Review. Default brings the financial crisis of 1997 to life through three different parallel stories.
Synopsis. What if bank loans had been given out without proper oversight? What if the average consumer was lied to by the banks and the government about the state of the economy? What if the International Monetary Fund (aka the IMF) came to bail you out but their conditions for the cash would forever change the fabric of the country? This is the basis for Default.
More Details. Default is a 2018 Korean film with three stories that bring the financial crisis to life. The primary perspective is that of the banks and the government. This story stars Kim Hye Soo as the bank adviser that foresees the crisis, tries to change the government’s path during the crisis. The secondary perspective is by an equally insightful financial mind (Yoo Ah In) who sees the crisis as an opportunity to profit. The third perspective is from a small business man (Heo Joon Ho) trapped by a bad loan that he ends up holding the bag for.
What I liked about Default:
Gripping Story. This story by writer Eom Seong Min was strong from the first frame to the last. The crisis was identified and fought against. Not everyone had the country’s best interests in the forefront…some saw it as a chance for individual profit and positioning. The film is based on real events, but that doesn’t stop the viewer from wanting the results to be different. The IMF is not portrayed in a flattering light. But if the conditions they forced on the country are even half-true, the IMF was not looking to strengthen the country but rather open the country for foreign investors’ gain. The production of the film was top notch. The director (Choi Kook Hee) and producer (Lee Yoo Jin) set a relentless pace. You were in the whirlwind of the financial crisis.
Kim Hye Soo as the fiduciary voice of reason. She foresaw the issue, but they wouldn’t listen. She had strategies to stem the side, but they wouldn’t listen. She begged them not to accept the IMF mandates, but they wouldn’t listen. She was continuously belittled by a top official for being a woman and therefore her ideas were suspect. That was hard to watch. Kim Hye Soo gave the character a resilient edge. Anyone watching the movie wanted her to succeed in knocking sense into the officials that needed it.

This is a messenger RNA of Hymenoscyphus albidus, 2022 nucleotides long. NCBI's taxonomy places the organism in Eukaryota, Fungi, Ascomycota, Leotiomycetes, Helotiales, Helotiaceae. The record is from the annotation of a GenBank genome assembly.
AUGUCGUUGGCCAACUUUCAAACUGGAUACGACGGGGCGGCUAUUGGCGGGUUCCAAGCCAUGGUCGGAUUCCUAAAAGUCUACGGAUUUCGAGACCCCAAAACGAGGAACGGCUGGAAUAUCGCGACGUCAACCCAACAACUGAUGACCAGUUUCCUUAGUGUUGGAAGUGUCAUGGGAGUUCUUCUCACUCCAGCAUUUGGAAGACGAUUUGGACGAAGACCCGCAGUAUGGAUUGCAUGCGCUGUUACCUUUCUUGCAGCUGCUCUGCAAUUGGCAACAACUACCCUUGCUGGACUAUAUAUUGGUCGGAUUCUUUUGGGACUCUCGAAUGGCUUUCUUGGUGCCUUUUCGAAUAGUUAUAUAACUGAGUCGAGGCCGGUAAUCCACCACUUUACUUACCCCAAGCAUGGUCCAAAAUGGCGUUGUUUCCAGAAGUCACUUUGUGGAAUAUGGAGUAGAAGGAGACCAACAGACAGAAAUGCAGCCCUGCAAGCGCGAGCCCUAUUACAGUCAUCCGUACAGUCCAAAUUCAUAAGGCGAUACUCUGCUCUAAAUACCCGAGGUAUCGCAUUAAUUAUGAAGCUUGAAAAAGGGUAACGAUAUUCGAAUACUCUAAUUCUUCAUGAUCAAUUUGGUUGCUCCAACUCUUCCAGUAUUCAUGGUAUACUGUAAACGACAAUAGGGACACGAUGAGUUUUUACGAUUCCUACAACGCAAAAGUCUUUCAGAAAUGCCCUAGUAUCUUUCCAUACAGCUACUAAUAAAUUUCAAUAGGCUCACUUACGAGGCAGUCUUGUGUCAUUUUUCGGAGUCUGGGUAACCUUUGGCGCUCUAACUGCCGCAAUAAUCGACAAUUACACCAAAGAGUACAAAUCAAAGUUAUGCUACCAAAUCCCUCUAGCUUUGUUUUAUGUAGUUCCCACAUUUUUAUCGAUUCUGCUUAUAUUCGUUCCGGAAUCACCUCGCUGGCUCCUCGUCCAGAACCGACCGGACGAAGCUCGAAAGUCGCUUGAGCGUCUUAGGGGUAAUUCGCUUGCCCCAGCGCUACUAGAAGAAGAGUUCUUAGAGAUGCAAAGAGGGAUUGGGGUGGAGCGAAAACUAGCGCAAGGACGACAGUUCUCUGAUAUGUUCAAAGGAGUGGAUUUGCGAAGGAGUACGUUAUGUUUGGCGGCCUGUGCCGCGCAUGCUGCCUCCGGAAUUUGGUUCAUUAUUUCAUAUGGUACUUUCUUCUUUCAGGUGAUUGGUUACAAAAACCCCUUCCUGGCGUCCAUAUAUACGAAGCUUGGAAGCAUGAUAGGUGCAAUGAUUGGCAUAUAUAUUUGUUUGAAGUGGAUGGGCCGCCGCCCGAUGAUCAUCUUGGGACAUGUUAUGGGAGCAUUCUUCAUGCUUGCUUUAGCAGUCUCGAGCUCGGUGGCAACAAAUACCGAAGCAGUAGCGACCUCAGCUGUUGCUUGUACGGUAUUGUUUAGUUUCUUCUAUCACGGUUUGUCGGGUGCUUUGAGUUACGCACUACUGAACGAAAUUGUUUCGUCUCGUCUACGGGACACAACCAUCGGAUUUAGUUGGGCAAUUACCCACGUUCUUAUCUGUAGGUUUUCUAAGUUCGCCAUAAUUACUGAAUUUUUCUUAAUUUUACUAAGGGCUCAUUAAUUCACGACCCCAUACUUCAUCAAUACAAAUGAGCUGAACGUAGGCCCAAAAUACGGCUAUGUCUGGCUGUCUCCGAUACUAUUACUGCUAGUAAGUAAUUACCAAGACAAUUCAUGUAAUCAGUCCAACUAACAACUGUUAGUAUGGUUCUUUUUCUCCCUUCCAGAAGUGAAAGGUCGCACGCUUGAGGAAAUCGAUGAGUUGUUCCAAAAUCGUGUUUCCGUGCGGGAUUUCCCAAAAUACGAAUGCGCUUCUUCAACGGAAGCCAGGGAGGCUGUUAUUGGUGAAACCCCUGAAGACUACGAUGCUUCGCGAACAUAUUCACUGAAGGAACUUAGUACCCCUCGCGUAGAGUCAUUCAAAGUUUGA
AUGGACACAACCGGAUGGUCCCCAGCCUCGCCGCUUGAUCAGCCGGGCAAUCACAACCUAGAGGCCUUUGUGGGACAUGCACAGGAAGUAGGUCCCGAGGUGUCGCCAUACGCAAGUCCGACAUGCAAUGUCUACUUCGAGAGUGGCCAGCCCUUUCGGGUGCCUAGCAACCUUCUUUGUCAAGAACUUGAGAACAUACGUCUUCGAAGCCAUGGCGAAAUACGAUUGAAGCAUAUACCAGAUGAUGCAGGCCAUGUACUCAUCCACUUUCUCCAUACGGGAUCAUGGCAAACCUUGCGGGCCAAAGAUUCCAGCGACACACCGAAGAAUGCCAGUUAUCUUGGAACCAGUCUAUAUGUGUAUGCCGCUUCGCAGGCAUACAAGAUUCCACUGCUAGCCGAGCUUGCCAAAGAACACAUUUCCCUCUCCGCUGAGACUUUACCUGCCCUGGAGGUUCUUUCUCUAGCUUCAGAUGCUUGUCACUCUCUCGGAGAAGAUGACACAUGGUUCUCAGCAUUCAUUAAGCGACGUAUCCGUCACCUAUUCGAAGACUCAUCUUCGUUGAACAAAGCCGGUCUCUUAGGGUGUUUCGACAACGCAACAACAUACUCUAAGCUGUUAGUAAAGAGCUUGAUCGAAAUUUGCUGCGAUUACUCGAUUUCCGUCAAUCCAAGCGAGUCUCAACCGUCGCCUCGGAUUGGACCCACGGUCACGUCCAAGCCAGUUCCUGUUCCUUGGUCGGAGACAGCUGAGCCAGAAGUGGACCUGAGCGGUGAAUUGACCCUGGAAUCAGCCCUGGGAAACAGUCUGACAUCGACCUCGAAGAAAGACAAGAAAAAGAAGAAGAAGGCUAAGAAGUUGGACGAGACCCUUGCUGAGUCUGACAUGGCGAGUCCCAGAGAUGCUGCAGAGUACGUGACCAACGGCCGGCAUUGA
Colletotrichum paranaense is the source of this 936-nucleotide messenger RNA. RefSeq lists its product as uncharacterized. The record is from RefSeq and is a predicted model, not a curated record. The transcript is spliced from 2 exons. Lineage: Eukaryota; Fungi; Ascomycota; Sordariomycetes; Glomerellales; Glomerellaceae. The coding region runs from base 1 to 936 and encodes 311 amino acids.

Yoo Ah In as the visionary financial genius. He foresaw the issue and managed to convince some with wealth to go all in with his strategy to profit from the crisis. Ever time he correctly guessed the Government and the banks’ wimpy response. There was a moment when he seemed to recoil from the profit from human misery but quickly recovered. That was a bit jarring. I almost wished he’d hadn’t had a moment of seeing the human suffering then proceeding as planned.
Heo Joon Ho as the small business man who didn’t want to accept the loan based on a promissory note. But that was the way things were done and he signed the loan putting his business, his family, and his way of life at risk. He struggled to find a way out, but his options were limited. The weight of his employees, his family, his business partner, etc. steadily grew. His despair at being engulfed by the financial crisis was palpable.
What I did not like about Default:
Ending with the potential for hope. I am all for hoping things improve. I want to believe that 20 years later things could be different. But given what I see in my own country (USA), I’m jaded…it seems to bear out that those in power (government and industry) care about maintaining and growing personal power and profit above all.
Default is a financial movie winner. The actors spearheaded the three stories so you were drawn into them and wanted them to succeed, find enlightenment, and overcome adversity. I was pleasantly surprised I enjoyed this film as much as I did.